India has came out in support of US President Barack Obama's policies on Syria and Iran, saying diplomacy needs to be given a chance.
"I complimented him for his vision, for his courage in giving diplomacy yet another chance," Prime Minister Manmohan Singh told media persons in a joint media interaction with Obama inside the Oval Office of the White House, following an hour long meeting between the two leaders.
India, he said, fully supports these initiatives because six million Indians live in West Asia and the Middle East.
"They earn their livelihood there, which is an important part of sustaining our values of freedom," he added.
"Therefore, anything that contributes to peace and stability in the Middle East, in Iran, in Syria, is something which is in the interest of the global economy; it is certainly in the interest of people in the region in which I and India is placed," Dr Singh said.
Obama, in fact, took permission from Dr Singh to make a statement on the agreement reached between the US and Russia in partnership with other members of the Security Council on Syria -- eliminating its chemical weapons and ultimately having them destroyed by the international community.
"Though there are challenges ahead, this represents potentially a significant step forward," he said and hoped that the international community is not just gathering to talk but also is able to take concerted action on behalf of enforcing international norms and preserving everybody’s security, including those in the region and obviously the people of Syria themselves.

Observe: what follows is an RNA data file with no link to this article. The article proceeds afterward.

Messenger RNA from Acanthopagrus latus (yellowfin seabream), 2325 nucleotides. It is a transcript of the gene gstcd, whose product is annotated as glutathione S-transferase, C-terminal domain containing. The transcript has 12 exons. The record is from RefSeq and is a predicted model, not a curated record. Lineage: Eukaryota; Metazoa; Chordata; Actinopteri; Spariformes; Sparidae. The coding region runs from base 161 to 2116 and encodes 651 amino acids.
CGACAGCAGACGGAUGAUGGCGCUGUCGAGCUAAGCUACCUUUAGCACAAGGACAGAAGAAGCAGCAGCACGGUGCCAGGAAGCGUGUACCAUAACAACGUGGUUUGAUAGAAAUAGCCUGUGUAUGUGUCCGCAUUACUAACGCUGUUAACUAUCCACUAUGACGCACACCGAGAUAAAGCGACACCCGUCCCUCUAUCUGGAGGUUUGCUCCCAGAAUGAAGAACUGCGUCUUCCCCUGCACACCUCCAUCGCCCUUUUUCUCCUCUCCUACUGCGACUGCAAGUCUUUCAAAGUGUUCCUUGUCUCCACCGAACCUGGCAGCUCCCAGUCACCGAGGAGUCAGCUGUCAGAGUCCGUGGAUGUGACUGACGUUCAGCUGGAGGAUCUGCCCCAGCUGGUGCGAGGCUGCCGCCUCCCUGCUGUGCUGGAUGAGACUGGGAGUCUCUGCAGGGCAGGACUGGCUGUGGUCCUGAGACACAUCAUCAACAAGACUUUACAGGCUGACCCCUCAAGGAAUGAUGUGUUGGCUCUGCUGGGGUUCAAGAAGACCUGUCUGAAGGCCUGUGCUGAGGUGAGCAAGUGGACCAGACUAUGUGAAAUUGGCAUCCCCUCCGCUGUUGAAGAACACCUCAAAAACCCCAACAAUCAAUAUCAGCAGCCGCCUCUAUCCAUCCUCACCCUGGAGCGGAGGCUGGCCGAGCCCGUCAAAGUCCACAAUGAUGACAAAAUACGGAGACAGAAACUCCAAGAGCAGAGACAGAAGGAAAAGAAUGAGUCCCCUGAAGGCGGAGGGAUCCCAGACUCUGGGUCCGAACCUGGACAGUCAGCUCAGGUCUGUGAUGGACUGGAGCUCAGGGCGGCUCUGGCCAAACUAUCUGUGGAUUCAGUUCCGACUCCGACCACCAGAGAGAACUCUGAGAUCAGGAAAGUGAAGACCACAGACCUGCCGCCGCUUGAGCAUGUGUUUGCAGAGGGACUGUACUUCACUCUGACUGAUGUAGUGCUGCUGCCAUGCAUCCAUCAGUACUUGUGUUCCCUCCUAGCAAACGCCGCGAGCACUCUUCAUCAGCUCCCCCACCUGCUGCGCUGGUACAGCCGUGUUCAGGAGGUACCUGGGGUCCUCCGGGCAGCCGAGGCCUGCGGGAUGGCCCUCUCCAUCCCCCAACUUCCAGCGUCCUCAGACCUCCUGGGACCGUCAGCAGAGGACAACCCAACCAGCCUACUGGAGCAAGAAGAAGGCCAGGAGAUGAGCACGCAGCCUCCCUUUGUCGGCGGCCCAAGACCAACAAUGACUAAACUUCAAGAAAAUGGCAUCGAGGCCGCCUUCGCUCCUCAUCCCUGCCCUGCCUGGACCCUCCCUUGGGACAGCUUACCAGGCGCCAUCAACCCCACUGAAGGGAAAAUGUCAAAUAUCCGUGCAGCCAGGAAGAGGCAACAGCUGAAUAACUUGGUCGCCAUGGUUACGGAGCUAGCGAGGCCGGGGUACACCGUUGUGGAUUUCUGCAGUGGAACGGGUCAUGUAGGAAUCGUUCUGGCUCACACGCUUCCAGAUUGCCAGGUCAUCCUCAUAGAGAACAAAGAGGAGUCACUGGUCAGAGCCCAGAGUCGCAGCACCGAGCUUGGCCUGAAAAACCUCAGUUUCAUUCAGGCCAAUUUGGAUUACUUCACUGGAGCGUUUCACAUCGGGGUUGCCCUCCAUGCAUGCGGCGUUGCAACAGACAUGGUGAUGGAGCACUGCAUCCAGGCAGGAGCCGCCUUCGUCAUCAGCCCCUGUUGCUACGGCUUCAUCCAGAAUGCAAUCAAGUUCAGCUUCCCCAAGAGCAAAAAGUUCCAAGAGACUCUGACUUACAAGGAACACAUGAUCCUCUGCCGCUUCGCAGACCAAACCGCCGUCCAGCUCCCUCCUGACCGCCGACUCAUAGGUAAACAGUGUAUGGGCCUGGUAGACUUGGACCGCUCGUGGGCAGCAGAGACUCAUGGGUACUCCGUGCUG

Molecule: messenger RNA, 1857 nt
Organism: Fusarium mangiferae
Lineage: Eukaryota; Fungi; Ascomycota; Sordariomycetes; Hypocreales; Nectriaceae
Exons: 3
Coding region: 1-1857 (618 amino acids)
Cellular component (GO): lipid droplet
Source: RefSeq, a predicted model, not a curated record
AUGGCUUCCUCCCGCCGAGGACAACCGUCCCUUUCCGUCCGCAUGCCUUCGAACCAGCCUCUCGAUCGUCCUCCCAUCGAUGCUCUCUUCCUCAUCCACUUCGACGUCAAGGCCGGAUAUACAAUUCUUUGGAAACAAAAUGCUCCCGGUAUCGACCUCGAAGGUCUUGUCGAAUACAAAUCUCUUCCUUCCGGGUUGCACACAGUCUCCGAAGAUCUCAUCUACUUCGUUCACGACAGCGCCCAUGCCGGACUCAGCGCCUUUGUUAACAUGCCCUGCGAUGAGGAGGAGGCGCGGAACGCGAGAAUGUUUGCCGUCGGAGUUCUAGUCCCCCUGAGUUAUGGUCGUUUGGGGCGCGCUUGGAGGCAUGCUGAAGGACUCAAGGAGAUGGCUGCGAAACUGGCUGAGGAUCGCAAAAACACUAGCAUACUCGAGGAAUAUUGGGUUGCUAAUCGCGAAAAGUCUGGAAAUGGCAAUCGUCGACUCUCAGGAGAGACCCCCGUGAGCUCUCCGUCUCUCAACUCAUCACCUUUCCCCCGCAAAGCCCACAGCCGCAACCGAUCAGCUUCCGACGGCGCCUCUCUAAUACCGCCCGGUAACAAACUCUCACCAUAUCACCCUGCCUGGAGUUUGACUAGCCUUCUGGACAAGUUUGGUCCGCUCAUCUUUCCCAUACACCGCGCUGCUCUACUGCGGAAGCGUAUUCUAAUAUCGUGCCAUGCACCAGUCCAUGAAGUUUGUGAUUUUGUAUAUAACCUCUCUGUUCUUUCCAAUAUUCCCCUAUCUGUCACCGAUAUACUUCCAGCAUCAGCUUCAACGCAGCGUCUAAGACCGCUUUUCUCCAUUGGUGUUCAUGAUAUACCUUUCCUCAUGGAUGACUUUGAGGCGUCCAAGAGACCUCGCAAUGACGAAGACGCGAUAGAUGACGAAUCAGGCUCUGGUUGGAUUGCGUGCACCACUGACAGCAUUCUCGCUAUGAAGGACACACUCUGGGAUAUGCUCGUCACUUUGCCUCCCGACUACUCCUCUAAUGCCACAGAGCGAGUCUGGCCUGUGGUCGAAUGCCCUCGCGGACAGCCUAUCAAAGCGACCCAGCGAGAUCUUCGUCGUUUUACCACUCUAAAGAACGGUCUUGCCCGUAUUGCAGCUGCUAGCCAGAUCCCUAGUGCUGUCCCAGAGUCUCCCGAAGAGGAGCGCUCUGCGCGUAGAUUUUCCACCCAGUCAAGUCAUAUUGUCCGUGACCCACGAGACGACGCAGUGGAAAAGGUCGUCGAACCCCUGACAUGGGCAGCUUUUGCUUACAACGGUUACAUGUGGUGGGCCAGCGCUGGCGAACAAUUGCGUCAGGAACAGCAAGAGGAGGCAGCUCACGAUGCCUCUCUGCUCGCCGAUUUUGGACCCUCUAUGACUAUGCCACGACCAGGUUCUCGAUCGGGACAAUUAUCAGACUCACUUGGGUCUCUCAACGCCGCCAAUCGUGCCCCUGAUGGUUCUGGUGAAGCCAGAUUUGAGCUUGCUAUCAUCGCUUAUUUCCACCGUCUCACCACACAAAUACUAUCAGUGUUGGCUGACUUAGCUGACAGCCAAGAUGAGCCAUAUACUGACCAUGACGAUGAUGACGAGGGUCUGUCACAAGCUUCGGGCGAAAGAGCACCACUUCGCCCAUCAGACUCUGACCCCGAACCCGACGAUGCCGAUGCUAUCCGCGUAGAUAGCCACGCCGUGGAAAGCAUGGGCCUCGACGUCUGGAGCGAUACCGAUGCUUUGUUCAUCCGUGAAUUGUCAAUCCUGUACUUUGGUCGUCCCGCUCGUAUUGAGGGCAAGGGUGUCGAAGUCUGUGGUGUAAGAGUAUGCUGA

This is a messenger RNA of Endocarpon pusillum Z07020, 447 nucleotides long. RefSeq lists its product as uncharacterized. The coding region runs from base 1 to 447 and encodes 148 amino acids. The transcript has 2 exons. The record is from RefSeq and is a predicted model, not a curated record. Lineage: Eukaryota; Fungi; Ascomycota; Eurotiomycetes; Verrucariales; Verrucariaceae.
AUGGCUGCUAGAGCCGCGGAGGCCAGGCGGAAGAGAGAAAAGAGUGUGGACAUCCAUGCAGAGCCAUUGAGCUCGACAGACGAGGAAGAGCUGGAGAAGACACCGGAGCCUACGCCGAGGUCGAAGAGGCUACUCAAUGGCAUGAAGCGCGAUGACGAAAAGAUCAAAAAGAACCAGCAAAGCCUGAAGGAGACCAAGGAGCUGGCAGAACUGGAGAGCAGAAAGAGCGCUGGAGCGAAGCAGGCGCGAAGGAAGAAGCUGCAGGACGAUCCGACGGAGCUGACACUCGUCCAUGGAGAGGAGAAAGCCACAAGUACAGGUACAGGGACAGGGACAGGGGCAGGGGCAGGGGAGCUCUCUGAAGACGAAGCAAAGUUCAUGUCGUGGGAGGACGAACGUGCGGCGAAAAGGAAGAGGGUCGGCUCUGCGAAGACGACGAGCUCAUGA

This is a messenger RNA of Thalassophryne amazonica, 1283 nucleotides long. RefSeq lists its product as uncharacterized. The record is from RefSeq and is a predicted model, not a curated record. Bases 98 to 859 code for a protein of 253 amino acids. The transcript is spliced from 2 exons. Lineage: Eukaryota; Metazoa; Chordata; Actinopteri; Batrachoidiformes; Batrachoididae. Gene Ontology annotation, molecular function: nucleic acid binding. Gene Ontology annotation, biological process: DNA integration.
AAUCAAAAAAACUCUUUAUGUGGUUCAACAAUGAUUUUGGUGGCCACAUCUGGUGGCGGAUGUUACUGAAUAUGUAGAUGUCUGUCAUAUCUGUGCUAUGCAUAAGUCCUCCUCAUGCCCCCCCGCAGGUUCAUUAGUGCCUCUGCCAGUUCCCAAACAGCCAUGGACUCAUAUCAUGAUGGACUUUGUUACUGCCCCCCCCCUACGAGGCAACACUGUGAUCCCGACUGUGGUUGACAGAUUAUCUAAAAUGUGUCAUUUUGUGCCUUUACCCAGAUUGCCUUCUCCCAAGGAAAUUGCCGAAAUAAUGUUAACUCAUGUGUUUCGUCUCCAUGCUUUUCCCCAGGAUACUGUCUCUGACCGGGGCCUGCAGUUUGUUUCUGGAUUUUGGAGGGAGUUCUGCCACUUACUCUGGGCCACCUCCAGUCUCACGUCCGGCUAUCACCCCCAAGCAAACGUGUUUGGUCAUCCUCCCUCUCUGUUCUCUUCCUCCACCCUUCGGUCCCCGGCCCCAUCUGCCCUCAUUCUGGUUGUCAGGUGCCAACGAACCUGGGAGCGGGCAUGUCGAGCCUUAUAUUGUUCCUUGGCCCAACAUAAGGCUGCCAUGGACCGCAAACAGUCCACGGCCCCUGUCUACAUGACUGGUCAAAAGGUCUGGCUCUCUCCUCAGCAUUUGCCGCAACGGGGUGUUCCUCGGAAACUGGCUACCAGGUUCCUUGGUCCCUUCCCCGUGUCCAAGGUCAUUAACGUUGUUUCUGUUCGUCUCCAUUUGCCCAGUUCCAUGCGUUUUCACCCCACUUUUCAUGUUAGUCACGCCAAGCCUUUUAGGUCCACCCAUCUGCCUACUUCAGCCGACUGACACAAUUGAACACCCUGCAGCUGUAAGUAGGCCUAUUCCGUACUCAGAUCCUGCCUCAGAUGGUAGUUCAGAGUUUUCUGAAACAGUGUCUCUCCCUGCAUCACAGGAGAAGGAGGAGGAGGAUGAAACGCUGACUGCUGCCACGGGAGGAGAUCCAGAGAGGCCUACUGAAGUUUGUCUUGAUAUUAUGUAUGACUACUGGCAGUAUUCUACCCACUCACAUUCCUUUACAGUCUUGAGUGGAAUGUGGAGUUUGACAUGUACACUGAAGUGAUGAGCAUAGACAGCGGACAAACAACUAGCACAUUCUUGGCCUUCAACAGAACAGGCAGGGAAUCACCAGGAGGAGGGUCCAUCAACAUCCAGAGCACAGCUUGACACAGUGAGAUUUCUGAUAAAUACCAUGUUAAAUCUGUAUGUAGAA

"This is something that we have long sought. And the fact that we now have a framework that will be voted on, perhaps as soon as today, perhaps over the weekend or Monday, that would be legally binding, that would be verifiable and enforceable, where there will be consequences for Syria's failure to meet what has been set forth in this resolution, I think is a potentially huge victory for the international community," Obama said.
"Realistically, it's doubtful that we would have arrived at this point had it not been for a credible threat of US action in the aftermath of the horrific tragedy that took place on August 21, where chemical weapons killed over 1,000 people, including more than 400 children," Obama said.
Obama said he has always expressed a preference for resolving this diplomatically, and appreciate all international partners in working very hard over the past several days to make sure that they arrive at a resolution that not only deters and prevents additional chemical use, but actually goes beyond what could have been accomplished through any military action, and that is the removal of chemical weapons -- one of the largest stockpiles in the world -- from Syria so that they can actually be destroyed.
"We are very hopeful about the prospects for what can be accomplished, but obviously there is a lot of work to be done.
"People have been concerned about whether Syria will follow through on the commitments that have been laid forth and I think there are legitimate concerns as to how technically we are going to be getting those chemical weapons out while there's still fighting going on, on the ground," he said.